Monday, July 7, 2014


This was our 6th time exhibiting at Anime Expo in Los Angeles Convention Center. AX was the 1st con we ever exhibited at. I'm not sure why we chose that one 1st, but we did and this year will be our last year.

It always takes place over 4th of July weekend, which is good and bad. Most people get a 4 day weekend, so that's more time for them to enjoy the con. Unfortunately, it also means we haven't had a nice 4th of July weekend in 6 years. We're already looking forward to relaxing next year.

One of the reasons for releasing Squibpool at AX was because red and black are the colors of AX. Unfortunately, my resin stuff is pretty pricey and most of the attendees don't understand why.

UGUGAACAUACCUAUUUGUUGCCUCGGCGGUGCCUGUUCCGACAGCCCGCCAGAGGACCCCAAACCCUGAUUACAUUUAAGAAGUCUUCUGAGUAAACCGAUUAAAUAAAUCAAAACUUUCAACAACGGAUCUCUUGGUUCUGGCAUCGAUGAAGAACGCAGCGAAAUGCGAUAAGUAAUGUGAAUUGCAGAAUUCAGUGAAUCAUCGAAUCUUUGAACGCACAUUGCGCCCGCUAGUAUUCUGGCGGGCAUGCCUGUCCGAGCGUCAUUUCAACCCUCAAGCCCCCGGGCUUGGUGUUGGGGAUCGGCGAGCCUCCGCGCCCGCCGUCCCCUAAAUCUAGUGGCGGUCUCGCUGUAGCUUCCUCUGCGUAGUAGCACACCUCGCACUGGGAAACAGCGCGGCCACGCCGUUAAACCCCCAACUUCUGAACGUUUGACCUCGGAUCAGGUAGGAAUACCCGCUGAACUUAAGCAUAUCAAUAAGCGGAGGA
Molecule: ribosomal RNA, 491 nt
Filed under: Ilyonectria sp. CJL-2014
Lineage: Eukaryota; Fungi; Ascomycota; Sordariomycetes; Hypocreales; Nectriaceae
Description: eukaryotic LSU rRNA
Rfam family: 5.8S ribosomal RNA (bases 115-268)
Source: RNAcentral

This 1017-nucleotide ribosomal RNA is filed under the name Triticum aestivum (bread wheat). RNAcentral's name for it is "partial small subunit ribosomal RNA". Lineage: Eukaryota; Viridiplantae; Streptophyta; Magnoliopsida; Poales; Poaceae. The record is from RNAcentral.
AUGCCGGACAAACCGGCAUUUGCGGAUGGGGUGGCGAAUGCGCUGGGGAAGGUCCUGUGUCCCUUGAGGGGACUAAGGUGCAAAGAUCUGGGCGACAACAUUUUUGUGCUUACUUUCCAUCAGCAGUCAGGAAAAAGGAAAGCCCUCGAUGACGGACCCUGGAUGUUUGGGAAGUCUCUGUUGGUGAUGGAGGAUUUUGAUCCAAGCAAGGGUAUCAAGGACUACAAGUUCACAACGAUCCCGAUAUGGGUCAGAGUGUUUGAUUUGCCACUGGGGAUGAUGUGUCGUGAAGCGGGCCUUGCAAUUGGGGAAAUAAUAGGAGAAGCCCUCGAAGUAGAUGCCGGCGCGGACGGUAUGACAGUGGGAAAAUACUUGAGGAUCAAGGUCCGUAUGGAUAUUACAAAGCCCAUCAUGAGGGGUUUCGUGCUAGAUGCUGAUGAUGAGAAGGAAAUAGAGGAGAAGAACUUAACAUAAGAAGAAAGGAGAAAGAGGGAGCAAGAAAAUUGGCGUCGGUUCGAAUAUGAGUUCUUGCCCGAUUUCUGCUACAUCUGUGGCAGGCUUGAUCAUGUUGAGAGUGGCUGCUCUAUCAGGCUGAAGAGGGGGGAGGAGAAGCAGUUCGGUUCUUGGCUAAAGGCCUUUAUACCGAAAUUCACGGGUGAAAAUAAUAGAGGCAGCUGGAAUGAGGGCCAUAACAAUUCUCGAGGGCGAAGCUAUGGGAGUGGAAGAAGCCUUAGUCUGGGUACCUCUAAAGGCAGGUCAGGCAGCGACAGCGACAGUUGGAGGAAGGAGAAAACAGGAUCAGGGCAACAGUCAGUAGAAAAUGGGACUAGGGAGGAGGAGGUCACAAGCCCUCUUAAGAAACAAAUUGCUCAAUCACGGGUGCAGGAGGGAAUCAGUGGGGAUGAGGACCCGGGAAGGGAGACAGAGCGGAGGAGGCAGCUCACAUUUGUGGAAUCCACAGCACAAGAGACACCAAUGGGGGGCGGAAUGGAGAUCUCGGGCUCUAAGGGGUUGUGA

I finally launched my Mega-Bit Kickstarter campaign on setup day of AX. Doing both was hectic, but it was a good chance to show off the prototypes and explain the project to people. You can check it out here and hopefully back it. 

For years AX was one of our best shows, but last year it took a heavy dip and this year wasn't much better. It's sad to choose not to do a local show, but I think it's probably for the best. I'll definitely miss the friendly faces and long term supporters. Hopefully we'll still see most of you at Wondercon, SDCC, and Dcon. Maybe we'll return once I'm able to develop Squibs more. The crowd seems a bit young to really appreciate what I'm trying to do with So Analog. 

Monday, April 21, 2014